Friday 17 March, 2017 Update: Tillerson Calls for a New North Korean Strategy

U.S. Secretary of State Rex Tillerson is briefed by U.S. Gen. Vincent K. Brooks, commander of the United Nations Command, Combined Forces Command and United States Forces Korea, in South Korea

Secretary of State Rex Tillerson publicly acknowledged that twenty years of diplomatic efforts aimed at North Korea have been an abject failure. The era of ‘strategic patience’ is over and a new strategy is needed to contend with North Korea. Tillerson’s comments essentially mirror what the rest of the world has been thinking for years now. Diplomacy, concessions, and even some instances of thinly veiled appeasement have not deterred North Korea from embarking on a nuclear weapons program. If anything, it convinced Pyongyang that its nuclear ambitions were completely insulated from outside interference. Emboldened, the North pursued and obtained nuclear weapons, as well as medium and long range ballistic missiles. At present, North Korea has multiple nuclear devices and a stockpile of ballistic missiles with various ranges and capabilities.

Tillerson went on to say that the military option is ‘on the table’ if the threat from North Korea’s weapons program reaches a level requiring it. Translation: If the North manages to construct or obtain a ballistic missile capable of reaching US territory, the military option becomes reality.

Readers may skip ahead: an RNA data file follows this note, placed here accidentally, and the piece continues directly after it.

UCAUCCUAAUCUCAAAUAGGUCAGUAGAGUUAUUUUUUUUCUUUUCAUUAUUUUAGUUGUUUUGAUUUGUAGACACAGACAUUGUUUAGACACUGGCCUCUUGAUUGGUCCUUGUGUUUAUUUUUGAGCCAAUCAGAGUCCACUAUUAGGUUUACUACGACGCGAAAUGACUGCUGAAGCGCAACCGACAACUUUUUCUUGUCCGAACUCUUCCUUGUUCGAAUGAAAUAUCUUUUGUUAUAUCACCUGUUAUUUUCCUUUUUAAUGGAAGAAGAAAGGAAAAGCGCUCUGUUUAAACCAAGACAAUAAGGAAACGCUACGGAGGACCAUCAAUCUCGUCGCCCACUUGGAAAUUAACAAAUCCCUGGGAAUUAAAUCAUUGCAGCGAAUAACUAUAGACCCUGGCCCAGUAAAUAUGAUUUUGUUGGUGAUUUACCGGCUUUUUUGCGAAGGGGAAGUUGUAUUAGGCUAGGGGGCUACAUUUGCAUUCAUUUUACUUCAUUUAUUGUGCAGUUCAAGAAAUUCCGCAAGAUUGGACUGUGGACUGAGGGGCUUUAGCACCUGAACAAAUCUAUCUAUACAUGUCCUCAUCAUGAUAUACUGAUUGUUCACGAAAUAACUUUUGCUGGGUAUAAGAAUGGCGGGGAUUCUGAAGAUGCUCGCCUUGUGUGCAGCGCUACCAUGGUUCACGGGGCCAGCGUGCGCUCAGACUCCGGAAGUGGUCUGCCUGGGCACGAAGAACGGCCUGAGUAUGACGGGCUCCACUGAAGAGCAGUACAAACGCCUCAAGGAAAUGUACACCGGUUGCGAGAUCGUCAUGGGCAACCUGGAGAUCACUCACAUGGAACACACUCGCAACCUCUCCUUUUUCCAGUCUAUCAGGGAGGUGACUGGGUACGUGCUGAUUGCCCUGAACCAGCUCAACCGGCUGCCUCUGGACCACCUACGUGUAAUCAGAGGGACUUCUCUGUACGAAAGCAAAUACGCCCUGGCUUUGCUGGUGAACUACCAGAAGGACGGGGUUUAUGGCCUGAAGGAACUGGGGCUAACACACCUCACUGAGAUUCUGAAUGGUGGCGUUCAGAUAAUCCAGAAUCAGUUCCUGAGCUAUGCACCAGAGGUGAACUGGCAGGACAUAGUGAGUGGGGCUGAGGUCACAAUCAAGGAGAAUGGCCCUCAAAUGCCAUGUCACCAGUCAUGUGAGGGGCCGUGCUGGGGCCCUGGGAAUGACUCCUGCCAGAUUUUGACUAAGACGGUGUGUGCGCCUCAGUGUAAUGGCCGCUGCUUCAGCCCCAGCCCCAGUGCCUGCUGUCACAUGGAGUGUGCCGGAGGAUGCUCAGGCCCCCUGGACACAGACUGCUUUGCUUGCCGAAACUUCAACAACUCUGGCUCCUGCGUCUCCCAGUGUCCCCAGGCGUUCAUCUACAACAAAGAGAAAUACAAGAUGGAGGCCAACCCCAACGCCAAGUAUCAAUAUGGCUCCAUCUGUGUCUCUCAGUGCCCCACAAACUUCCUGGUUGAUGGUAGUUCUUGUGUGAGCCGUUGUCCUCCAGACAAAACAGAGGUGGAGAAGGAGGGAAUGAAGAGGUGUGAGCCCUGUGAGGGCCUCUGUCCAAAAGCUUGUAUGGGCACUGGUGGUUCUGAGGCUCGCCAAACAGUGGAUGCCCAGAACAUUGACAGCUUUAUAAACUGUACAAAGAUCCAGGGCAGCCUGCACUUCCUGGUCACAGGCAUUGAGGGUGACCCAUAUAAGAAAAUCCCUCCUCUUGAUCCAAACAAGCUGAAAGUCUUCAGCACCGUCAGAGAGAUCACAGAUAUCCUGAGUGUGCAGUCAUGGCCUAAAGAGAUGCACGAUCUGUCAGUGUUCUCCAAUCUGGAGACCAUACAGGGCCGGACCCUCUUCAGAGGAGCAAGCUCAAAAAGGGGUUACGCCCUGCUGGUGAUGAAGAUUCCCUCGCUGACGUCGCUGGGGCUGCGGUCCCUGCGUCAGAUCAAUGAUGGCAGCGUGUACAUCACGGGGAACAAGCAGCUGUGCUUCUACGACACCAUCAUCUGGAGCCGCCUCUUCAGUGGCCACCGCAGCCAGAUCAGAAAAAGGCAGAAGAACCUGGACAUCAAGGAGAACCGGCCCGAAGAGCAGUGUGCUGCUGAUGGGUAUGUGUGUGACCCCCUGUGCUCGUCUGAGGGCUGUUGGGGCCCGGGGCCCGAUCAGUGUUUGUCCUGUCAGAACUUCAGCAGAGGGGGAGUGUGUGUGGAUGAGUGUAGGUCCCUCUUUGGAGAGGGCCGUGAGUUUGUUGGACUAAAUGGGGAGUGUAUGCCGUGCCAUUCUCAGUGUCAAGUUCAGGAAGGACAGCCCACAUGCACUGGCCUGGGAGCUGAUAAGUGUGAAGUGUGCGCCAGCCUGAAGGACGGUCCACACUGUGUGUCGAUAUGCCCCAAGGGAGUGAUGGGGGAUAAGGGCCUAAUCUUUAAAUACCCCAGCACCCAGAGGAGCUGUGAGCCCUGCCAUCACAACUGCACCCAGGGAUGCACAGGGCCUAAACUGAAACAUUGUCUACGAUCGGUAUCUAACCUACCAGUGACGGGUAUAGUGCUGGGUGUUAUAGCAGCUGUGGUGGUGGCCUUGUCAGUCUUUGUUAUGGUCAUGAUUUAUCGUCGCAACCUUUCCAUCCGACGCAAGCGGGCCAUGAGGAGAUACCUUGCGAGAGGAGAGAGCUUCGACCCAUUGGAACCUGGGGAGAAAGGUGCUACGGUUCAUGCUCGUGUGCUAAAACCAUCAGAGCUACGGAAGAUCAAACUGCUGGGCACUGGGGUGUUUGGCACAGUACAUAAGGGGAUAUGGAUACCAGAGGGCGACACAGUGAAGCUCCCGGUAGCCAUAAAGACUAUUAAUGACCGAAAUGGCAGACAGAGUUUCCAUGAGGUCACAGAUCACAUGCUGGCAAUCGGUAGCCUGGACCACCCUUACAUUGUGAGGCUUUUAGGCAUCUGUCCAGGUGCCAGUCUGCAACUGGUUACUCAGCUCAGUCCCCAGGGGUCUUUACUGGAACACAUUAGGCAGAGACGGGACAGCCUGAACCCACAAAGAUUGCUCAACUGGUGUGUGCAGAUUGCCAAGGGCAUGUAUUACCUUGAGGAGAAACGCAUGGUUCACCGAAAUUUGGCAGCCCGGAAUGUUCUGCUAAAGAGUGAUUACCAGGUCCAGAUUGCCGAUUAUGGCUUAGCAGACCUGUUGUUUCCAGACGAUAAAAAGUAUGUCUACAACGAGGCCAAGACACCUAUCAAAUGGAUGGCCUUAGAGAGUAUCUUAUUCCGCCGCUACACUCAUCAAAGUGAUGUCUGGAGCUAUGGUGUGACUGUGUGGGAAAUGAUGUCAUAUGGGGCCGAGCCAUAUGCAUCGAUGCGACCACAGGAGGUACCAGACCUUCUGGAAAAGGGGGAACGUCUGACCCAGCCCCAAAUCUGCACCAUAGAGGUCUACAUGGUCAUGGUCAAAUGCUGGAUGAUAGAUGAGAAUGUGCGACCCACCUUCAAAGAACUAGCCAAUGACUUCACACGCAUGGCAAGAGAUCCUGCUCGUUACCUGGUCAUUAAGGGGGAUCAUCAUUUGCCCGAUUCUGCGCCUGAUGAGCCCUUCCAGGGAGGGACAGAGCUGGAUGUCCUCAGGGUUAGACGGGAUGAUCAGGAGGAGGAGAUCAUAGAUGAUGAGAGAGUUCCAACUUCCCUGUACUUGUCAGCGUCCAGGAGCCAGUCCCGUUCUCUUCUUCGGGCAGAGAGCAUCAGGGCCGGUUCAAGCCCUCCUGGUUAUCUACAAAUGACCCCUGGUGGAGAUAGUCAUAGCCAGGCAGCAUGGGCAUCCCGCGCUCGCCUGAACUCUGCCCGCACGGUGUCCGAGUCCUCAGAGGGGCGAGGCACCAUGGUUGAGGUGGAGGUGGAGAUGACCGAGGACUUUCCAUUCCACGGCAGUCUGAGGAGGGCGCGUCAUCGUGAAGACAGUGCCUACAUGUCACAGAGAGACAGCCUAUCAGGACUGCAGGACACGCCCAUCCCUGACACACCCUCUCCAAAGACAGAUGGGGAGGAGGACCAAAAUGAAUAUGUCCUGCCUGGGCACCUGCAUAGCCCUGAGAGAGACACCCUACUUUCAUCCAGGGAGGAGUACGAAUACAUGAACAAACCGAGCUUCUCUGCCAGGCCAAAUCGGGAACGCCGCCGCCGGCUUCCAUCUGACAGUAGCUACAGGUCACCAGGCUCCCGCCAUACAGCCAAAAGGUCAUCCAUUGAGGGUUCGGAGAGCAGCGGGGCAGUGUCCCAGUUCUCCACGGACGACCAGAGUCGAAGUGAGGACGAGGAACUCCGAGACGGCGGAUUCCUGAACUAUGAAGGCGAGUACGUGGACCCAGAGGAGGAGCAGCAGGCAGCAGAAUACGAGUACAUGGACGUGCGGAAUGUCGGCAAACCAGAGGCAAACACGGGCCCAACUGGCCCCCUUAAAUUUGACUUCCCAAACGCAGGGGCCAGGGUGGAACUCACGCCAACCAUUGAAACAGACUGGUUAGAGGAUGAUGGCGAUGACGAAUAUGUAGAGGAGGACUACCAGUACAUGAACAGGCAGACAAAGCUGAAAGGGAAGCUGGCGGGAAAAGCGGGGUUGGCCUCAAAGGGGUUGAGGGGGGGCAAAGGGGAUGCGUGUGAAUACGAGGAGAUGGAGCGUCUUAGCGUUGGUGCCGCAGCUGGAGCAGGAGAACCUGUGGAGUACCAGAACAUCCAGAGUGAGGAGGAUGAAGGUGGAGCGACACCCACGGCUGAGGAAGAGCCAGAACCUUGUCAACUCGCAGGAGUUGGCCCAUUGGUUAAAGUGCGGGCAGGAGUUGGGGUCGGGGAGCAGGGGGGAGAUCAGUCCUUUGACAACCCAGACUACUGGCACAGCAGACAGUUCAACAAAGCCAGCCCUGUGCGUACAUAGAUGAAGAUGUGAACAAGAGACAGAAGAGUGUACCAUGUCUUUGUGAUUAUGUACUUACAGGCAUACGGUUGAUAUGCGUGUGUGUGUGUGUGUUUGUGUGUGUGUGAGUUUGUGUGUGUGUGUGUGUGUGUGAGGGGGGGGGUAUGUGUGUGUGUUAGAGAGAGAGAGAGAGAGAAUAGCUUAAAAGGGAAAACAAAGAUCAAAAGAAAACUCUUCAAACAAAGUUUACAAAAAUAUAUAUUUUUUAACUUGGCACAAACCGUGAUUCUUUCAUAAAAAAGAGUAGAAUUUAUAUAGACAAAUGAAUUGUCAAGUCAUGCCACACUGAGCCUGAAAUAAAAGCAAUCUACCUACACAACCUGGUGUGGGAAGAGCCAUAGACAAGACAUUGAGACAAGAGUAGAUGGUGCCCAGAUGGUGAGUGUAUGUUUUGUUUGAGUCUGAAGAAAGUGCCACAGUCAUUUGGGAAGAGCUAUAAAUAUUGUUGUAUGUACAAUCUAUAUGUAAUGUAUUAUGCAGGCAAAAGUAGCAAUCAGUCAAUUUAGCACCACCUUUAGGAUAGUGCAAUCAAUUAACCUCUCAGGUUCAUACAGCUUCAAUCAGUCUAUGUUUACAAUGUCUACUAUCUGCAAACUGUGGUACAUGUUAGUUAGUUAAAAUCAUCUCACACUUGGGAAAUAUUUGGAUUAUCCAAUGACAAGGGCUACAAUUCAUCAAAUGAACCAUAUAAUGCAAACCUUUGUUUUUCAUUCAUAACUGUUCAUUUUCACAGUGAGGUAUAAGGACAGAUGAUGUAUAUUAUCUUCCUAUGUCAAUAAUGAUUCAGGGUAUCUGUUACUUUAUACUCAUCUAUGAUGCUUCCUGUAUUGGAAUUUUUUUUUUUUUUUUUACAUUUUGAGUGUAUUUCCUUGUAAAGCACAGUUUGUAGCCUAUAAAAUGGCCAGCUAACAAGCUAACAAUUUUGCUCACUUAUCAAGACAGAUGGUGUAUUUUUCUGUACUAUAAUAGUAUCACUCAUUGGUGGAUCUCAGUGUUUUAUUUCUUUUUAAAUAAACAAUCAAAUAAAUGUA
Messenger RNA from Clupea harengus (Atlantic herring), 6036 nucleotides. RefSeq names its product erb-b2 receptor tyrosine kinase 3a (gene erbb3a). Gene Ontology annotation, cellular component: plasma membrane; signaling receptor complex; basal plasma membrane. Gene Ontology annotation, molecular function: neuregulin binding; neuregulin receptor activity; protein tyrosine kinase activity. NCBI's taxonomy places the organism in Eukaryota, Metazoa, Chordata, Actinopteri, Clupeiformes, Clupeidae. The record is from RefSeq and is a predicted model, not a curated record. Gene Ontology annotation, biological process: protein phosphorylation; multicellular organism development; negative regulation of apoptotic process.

Realistically, that is the only scenario where a military option could be viable. A North Korean intercontinental ballistic missile represents nothing short of a clear and present danger to the United States and would need to be eliminated without delay. A greater effort aimed at the North’s entire nuclear program would not be successful. Not in 2017. There was a time, when the program was in its infancy, that a concentrated military effort could have effectively destroyed enough components to guarantee that an attempt by North Korea to field a nuclear device would be stillborn. Specifically, it would have been an intensive air campaign similar to the opening stage of Operation Desert Storm. Sadly, the window of opportunity to launch a successful, largescale air campaign closed some years ago.

With that in mind, the question that demands intense consideration at the moment is: Does a military option even exist now? Over the weekend Today’s DIRT will shed some light on the question and provide an answer.

*Authors Note: Apologies again, the USAF Rebuild article is going to be delayed yet again as we focus on North Korea (and the NCAA basketball tournament 😊) this coming weekend.*


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